Living with sensitive skin can be difficult. You might feel itchy, dry, or otherwise uncomfortable after basic tasks like showering, or you might experience a negative reaction to common products like lotions and soaps.
While there’s no “cure” for sensitive skin, there are some habits, products, and techniques that can help you live a more comfortable life if you suffer from this affliction.
Living With Sensitive Skin
These are some of the best ways to keep yourself comfortable if you have sensitive skin:
- Use shea butter shaving creams. Shaving can be difficult with sensitive skin. Not only will you be using multiple skincare products on your face and other sensitive areas of your body, but you’ll also be using a harsh razor to shave your hair. You can make the experience more pleasant by using shaving cream and/or aftercare products based on shea butter, which is a natural ingredient. Ingredients like glycerin, lanolin, and tallow can also be beneficial, but you should avoid products with benzyl alcohol, triethanolamine (TEA), methylchloroisothiazolinone (MCI), or methylisothiazolinone (MIT).
- Buy hypoallergenic laundry detergent. Laundry detergents tend to be harsh, and can result in extra skin irritation for those with sensitive skin. Your bed sheets and personal clothes can make you itch throughout the day. Buy hypoallergenic laundry detergent, made with milder ingredients, if you want a more comfortable experience.
- Use products with few ingredients. If you have sensitive skin, many different types of ingredients may cause irritation. These ingredients vary from person to person, and there’s no way to tell, for sure, if a new ingredient could negatively affect you. If you want to improve your overall experience, try to use products with the smallest number of ingredients. With fewer ingredients, there will be fewer chances of feeling irritation, and if you do experience negative effects, you’ll be able to narrow down the true culprit.
- Use one product at a time. Similarly, it’s wise to only use one product at a time. For example, if you use three different soaps, two different types of lotion, and a different kind of shaving cream all in the span of an hour, and you start to see a side effect, you’ll have a difficult time figuring out which product was responsible. Instead, work with products in isolation, and introduce new products gradually.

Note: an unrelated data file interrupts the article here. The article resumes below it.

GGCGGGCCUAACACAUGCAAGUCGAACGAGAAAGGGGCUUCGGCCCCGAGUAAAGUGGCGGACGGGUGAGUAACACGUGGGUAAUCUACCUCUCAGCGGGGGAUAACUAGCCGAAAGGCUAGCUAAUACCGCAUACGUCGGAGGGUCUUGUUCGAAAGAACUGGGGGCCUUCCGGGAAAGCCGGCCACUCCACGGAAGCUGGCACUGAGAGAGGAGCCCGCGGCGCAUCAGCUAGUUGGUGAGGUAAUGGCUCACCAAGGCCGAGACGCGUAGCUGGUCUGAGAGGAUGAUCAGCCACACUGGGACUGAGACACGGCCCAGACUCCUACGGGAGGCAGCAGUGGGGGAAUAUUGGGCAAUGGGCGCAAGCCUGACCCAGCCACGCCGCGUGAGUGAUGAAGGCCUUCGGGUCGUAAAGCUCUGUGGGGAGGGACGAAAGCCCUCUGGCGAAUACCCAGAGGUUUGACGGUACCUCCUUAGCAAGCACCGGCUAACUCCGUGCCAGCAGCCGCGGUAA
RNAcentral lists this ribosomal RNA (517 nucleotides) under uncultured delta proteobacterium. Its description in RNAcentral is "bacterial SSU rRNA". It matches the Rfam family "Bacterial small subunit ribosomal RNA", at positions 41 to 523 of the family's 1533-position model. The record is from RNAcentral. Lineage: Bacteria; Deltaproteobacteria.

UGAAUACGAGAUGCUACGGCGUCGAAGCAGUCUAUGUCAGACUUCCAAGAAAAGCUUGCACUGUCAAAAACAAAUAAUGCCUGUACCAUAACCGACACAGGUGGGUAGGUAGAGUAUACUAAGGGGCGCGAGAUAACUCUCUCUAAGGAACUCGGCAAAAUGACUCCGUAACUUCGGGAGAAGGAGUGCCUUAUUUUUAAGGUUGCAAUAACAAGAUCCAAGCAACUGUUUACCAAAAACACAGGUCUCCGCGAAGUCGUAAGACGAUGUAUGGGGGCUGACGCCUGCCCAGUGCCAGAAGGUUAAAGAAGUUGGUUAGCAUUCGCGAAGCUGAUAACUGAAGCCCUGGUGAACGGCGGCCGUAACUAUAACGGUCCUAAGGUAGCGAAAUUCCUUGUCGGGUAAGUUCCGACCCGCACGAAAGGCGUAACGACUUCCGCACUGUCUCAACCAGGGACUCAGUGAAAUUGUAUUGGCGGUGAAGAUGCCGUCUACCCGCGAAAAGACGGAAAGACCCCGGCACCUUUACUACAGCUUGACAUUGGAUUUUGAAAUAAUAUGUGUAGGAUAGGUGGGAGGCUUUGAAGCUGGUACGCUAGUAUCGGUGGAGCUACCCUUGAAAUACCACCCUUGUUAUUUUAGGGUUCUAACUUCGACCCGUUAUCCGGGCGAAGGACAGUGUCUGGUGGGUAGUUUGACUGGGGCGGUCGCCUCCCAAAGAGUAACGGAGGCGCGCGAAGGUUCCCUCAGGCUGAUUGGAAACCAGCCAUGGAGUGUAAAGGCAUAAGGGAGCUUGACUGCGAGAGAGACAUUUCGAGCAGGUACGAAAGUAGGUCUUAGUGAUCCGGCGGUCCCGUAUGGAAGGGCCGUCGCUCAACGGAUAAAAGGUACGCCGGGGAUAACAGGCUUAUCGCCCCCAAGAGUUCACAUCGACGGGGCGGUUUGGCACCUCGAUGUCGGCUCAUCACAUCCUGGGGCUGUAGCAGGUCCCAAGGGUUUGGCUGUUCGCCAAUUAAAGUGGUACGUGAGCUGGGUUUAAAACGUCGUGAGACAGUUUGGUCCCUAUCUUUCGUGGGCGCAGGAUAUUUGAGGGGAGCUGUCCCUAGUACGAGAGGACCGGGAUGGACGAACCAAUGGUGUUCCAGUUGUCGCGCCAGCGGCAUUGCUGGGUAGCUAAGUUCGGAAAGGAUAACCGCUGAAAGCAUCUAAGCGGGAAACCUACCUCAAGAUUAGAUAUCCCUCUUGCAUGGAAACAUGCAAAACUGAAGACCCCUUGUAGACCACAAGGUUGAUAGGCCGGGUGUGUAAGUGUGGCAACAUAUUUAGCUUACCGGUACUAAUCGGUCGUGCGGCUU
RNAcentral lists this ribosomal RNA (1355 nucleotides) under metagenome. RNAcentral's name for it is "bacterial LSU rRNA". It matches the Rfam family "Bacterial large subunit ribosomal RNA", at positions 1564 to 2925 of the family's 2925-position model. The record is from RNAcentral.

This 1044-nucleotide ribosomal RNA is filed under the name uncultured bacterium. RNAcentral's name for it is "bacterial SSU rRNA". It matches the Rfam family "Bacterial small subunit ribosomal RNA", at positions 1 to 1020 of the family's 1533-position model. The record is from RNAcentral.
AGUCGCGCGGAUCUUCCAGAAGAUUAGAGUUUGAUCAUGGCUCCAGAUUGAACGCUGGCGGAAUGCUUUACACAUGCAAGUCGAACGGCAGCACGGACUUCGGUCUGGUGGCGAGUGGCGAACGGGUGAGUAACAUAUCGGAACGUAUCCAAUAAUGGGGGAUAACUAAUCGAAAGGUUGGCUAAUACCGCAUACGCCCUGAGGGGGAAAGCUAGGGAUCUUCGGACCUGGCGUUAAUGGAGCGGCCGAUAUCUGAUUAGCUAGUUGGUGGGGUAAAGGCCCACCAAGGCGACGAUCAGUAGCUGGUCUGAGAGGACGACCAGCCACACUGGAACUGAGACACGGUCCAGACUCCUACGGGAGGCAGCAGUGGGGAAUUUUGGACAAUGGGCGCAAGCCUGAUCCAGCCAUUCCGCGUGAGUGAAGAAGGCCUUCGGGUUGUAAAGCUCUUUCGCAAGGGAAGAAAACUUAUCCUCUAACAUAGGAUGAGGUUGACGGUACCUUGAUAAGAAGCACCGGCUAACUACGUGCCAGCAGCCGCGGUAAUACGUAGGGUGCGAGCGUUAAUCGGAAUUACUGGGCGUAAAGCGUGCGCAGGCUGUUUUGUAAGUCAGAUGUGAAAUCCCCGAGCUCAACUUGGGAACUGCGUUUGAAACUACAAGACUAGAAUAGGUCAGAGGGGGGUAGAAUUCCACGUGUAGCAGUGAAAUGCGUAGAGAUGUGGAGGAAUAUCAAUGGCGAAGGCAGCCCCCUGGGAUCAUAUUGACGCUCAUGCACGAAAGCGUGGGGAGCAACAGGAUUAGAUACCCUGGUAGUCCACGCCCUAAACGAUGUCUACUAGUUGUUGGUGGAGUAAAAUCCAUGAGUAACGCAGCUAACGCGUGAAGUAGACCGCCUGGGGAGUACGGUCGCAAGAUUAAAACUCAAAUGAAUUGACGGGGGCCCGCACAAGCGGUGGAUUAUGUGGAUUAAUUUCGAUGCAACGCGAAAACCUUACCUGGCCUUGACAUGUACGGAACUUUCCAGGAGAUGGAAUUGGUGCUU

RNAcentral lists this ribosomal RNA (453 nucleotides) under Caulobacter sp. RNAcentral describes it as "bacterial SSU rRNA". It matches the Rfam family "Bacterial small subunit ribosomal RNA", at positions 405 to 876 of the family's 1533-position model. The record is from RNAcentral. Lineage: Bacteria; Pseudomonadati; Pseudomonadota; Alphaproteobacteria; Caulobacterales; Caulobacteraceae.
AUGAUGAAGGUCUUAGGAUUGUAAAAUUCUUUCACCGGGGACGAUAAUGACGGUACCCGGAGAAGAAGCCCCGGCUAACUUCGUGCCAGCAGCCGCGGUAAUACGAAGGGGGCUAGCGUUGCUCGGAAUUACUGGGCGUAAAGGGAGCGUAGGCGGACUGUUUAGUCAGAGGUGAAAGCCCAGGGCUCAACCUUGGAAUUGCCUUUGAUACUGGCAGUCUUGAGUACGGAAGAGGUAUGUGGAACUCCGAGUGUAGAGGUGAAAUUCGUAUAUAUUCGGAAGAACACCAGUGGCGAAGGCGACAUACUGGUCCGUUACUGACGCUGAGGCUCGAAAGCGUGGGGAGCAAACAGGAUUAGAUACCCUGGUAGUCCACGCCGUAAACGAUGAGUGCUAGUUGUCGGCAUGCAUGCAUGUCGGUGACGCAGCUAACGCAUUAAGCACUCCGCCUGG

- “Patch test” new products. One of the best things you can do with a new product you haven’t used before is the “patch test.” Apply a small amount of the product on an inconspicuous part of your body, like the forearm, and see how your skin responds. If you don’t feel any irritation or see any redness after some time has passed, you can consider applying it to your face.
- Learn how you respond to different ingredients. Keep an inventory of different ingredients that are common in skincare products, and measure your responsiveness to each one. If there’s a product that you enjoy with no side effects, it’s likely that all the ingredients present in that product can be considered “safe.” If a skincare product causes irritation, one or more ingredients in it must be responsible. You can cross-reference your product and ingredient lists to determine which ingredients, specifically, evoke a reaction in you. You can then avoid products with those ingredients in the future.
- Avoid overwashing. Some people with sensitive skin believe at least some of their symptoms are the result of excess oils or dirt; accordingly, they wash their faces more often. However, it’s important to realize that overwashing can cause damage to your skin, and make yourself even more vulnerable. Be careful not to wash your skin, especially on sensitive areas like your face, too many times per day, or in a way that’s too harsh.
- Only lightly exfoliate your skin. Exfoliation follows the same rules. Lightly exfoliating your skin, especially around your face, can make you feel cleaner and healthier. If done occasionally, like once or twice per week, even someone with sensitive skin shouldn’t see an issue. But if you exfoliate too aggressively or too frequently, like multiple times a day, you could cause more damage.
When to See a Dermatologist
These habits are simple and approachable enough for anyone to use, and if you experience mildly sensitive skin, they should help tremendously in improving your quality of life. However, in moderate to extreme cases, they may not be enough. If you experience persistent skin irritation, discoloration, rashes, or breakouts, and your habit changes haven’t significantly improved your life, it’s in your best interest to speak with a dermatologist. They’ll be able to provide you with further guidance, including recommending more appropriate skincare products.